It's been six months since I got my surprise gift, a brand new combination pacemaker and defibrillator. I learned several valuable lessons following the operation. The biggest was the importance of gratitude for the simple things in life. Being alive. Experiencing and sharing with others. And on it goes… The list of things we can be grateful for would take the remainder of the words these posts are limited to!
I was very grateful that my cardiologist allowed me to return to running just one week after my operation. I quickly realized my running capabilities were vastly improved. In February, I ran my fastest 5K in ages and then in March and May completed half marathons that were better than my recent pre-ICD efforts.
The joy of running had returned in a big way. And it wasn’t about being faster. It was simply the celebration of my body being healthy and active with the help of my bionic friend. That magical feeling started me on my running journey thirteen years ago.
But something else happened along the way… When my doctor said it was OK to return to swimming and cycling, I felt conflicted. I had been training for triathlons over the past year but really hadn’t been enjoying it. Reflecting back, I realized that I did in fact, enjoy biking and swimming. Yet my training for triathlons had somehow become all about numbers, competition and the next race instead of the feeling of happiness and gratitude I felt while running.
Ultimately, I decided to step away from triathlon training, at least for the time being. Life’s too short to spend on things you don’t truly enjoy. Or simply put: Do stuff you love as long as you can.
Here’s the challenge we face in today’s world, whether we’re talking about sports, business or just about anything else:
We can’t help but measure ourselves and too often our criteria is incredibly narrow. Recognize when you need to broaden your definitions of success, happiness and achievement.
We look at numbers but exclude the value of learning. We study metrics but discount the impact of our actions. As for me, I decided to appreciate that I’m a heart patient and will be for life. And that’s OK—in fact, more than OK. I realized by measuring my progress only in minutes and distance, I was limiting my appreciation for running, as well as other activities. Here are my takeaways from the above realization and the decisions I made around them:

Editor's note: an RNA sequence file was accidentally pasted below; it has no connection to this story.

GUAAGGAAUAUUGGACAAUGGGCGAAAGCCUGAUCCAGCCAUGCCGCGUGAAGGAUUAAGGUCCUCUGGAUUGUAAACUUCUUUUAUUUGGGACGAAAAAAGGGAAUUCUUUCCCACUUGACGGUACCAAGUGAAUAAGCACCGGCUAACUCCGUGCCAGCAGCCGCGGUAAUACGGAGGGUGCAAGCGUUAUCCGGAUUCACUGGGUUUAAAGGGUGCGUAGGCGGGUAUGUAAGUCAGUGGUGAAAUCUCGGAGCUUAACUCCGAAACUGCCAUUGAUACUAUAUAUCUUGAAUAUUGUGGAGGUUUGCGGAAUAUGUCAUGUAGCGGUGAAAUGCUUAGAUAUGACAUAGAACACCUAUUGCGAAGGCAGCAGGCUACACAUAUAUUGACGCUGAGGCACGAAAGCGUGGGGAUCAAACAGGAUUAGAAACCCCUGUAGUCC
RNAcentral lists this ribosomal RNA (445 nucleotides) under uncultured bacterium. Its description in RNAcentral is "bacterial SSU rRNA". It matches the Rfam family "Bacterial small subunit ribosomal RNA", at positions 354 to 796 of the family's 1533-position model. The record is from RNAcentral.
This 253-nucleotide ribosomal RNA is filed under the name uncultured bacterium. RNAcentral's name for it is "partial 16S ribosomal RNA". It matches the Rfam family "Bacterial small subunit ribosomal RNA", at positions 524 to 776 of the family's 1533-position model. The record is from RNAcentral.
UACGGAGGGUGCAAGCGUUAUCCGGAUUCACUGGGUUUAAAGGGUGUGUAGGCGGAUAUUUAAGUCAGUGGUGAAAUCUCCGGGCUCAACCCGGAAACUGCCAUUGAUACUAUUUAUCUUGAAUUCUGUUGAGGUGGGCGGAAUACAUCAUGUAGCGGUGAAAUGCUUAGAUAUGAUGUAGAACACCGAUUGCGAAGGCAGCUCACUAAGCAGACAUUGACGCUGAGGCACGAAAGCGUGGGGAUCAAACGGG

- Cardio events can inspire changes in your life. Go with it! I had been training with a terrific and supportive group, but couldn’t help but compare my race results with them. After my operation, I re-connected with Cardiac Athletes, a group of individuals that like me, have cardiac histories. Some are quite driven, but many simply celebrate their ability to return to these sports after a cardiac event. This change in “training partners” connected me with others who share my gratitude for participation. We encourage and cheer each other on regardless of numbers or medals.
- Recognize that you’re special. Remember how your parents always told you you’re special? Good news: You are! Note: I didn’t say better or more important, just special. As a heart patient, you’re not built like everyone else, so don’t compare yourself as if you were. You’ve got different parts, work in a unique way, and require a specific type of doctor to keep you going.
- Some things just can’t be measured with numbers. One of the best pieces of advice I received recently was to move away from our typical ways of quantifying experiences. Running happens to be a great example. A coach I work with recently suggested keeping my pace sustainable by keeping my breathing where I could say hello and chat with fellow runners in a race. Another idea was to speed up when you see a new cloud formation and slow down when they separate. Weird? Sure. But it beats staring at a Garmin watch all the time.
What are you doing in your life that could use some alternatives to standard and narrow measures? One thing I know is immeasurable is the gift of being alive with a healthy heart.
Note: Always make sure to check with your ACHD cardiologist before beginning any exercise routine.
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